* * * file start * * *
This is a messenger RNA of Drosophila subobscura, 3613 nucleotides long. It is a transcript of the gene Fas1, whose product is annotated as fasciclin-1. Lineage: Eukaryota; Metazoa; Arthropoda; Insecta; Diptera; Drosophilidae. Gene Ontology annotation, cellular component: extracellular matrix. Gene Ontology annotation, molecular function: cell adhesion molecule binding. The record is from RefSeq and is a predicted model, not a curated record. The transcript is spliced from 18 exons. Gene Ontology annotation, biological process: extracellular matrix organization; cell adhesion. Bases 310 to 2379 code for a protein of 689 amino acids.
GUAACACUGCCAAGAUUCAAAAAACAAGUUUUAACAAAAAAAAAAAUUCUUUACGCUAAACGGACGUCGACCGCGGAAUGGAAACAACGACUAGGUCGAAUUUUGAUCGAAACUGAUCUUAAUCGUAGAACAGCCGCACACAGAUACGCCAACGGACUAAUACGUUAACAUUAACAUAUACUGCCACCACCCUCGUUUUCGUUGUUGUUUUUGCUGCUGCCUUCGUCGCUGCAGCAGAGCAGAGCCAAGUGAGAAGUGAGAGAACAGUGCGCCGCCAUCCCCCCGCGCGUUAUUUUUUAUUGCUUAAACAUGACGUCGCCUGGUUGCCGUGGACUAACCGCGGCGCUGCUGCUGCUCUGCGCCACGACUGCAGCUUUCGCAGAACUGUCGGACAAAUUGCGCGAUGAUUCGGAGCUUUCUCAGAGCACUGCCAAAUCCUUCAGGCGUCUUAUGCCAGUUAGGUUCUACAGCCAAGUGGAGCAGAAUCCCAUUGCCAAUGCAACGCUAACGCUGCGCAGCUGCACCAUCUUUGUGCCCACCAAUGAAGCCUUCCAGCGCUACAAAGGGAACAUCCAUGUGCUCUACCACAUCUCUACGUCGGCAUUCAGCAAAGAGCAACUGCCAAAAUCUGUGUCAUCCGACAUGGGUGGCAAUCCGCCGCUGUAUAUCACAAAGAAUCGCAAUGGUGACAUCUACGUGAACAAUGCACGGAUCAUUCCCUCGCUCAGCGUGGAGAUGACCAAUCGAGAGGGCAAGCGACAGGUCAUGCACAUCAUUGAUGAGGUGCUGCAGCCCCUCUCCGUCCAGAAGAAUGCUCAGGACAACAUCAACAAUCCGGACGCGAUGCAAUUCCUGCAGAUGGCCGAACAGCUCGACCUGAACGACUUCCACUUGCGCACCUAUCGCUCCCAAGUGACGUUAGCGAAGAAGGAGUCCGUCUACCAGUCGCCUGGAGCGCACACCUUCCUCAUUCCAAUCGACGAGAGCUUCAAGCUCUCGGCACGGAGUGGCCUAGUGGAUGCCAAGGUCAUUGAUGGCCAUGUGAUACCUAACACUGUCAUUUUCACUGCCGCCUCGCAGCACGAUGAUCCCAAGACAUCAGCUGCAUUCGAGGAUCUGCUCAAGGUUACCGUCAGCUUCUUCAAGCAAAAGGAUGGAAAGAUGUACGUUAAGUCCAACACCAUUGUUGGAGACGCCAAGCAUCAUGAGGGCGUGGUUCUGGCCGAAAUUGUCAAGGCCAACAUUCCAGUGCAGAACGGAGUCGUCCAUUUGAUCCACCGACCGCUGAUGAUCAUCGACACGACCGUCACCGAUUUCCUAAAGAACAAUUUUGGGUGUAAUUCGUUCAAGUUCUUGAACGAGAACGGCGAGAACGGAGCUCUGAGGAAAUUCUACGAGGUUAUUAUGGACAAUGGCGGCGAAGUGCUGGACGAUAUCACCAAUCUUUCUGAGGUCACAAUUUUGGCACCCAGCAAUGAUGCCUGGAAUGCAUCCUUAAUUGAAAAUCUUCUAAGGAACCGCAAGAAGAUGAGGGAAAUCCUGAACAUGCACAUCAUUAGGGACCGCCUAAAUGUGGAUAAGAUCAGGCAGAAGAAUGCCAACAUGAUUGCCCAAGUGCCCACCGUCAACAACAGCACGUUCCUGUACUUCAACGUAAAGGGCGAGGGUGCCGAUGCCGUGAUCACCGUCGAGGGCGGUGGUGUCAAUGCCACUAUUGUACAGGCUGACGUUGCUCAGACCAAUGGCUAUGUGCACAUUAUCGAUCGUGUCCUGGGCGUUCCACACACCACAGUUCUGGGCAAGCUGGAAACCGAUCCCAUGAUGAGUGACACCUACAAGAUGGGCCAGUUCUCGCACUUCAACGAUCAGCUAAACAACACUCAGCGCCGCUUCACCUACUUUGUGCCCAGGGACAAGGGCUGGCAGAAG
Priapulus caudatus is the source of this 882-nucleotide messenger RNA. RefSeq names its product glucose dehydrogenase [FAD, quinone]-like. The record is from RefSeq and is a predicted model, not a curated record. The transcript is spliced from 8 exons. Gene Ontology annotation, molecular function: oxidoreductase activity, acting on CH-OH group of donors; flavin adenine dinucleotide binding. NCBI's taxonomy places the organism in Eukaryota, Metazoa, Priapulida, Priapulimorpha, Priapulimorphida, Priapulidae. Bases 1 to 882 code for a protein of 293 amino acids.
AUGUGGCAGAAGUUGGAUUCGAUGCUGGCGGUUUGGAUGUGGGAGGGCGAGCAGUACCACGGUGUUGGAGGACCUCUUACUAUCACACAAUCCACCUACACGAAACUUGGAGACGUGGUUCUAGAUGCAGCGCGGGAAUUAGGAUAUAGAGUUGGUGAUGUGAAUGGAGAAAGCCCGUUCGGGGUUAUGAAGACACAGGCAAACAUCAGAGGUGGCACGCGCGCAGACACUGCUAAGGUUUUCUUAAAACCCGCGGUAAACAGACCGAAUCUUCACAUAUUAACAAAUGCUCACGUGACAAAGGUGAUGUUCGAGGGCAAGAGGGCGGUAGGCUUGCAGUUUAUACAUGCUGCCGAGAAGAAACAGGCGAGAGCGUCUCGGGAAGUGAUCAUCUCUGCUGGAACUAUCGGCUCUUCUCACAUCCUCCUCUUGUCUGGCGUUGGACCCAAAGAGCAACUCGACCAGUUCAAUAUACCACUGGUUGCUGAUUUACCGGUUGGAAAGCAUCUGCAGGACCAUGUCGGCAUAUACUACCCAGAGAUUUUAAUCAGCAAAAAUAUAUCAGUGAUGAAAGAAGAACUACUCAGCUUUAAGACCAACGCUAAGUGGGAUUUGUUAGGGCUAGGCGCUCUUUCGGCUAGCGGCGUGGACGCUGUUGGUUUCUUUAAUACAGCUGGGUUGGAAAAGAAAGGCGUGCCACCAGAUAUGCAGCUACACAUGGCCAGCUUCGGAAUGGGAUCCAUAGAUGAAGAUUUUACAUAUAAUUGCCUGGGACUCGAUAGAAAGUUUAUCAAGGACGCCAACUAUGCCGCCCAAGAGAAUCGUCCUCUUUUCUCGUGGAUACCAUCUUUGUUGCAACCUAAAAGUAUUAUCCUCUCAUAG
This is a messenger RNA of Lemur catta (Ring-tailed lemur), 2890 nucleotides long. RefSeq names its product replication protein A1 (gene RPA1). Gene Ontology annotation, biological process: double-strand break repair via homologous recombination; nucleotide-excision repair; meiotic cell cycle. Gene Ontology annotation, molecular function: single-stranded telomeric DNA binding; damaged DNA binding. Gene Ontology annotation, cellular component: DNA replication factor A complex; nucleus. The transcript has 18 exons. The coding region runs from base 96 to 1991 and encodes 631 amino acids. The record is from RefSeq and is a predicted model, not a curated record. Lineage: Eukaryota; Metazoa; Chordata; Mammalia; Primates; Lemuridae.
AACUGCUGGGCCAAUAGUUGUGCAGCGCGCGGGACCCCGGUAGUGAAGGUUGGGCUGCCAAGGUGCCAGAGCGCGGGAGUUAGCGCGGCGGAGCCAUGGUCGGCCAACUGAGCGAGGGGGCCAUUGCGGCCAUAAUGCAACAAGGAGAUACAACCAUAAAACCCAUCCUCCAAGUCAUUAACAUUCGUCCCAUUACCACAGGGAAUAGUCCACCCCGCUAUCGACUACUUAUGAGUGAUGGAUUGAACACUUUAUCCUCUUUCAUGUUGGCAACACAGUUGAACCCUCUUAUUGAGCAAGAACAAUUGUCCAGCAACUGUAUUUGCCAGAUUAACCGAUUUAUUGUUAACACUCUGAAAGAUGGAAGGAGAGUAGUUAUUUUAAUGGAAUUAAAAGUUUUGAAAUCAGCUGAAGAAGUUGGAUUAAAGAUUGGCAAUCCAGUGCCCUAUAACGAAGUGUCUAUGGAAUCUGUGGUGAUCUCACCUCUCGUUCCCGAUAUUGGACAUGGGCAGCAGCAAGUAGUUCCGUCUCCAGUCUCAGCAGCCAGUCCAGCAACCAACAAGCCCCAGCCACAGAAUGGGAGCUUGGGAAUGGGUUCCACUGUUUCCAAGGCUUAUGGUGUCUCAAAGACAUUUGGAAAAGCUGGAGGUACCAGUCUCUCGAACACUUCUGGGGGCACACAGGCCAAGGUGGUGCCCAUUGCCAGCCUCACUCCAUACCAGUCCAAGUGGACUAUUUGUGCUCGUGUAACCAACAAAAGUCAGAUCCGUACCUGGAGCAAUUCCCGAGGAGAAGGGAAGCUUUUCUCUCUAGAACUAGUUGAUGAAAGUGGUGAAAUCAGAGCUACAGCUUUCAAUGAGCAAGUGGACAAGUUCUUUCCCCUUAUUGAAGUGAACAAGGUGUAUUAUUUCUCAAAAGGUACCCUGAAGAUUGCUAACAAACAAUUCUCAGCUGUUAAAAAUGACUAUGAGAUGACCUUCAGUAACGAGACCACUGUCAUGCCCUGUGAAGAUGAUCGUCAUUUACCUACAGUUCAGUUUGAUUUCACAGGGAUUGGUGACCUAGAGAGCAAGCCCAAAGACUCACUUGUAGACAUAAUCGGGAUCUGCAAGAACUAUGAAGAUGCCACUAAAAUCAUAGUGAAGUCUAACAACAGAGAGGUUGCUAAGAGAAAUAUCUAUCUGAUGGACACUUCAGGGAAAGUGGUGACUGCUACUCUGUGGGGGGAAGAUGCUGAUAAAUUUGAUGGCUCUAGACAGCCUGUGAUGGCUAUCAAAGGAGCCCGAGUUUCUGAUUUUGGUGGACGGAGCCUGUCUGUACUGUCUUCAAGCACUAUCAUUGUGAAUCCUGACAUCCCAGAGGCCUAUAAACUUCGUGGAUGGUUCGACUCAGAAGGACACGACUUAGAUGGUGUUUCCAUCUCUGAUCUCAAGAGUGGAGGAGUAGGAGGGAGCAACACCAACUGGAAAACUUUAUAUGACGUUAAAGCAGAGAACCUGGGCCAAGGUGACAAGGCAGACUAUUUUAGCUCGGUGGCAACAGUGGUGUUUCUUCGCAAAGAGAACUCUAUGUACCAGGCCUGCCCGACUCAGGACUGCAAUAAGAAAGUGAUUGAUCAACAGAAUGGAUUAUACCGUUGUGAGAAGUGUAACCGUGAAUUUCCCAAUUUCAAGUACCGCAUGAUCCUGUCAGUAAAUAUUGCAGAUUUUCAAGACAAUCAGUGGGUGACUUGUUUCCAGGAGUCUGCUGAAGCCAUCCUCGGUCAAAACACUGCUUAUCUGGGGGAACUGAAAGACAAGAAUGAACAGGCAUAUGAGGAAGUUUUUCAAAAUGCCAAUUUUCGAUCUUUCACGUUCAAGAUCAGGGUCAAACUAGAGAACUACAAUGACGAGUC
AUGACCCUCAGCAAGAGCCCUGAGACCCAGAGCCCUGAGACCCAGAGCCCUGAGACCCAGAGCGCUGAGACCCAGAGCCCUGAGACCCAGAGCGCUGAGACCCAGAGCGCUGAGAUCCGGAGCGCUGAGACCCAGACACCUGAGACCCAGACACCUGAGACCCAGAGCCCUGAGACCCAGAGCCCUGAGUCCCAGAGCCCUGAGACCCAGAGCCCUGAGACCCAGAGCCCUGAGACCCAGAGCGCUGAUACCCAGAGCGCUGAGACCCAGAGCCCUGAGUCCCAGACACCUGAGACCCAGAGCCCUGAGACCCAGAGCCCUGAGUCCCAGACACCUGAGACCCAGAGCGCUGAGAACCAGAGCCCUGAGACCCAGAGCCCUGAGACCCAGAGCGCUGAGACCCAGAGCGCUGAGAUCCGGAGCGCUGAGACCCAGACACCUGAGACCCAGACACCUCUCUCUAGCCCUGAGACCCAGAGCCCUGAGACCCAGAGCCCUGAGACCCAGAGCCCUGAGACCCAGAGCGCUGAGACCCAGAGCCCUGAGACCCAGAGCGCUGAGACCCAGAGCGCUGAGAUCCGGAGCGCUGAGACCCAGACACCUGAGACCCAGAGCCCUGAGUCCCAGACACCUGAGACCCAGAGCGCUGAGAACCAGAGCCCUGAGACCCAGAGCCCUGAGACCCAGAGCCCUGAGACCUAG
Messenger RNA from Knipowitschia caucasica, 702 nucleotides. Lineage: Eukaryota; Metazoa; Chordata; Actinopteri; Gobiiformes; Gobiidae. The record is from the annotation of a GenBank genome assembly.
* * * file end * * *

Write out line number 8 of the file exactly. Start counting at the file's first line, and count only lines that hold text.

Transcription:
Messenger RNA from Knipowitschia caucasica, 702 nucleotides. Lineage: Eukaryota; Metazoa; Chordata; Actinopteri; Gobiiformes; Gobiidae. The record is from the annotation of a GenBank genome assembly.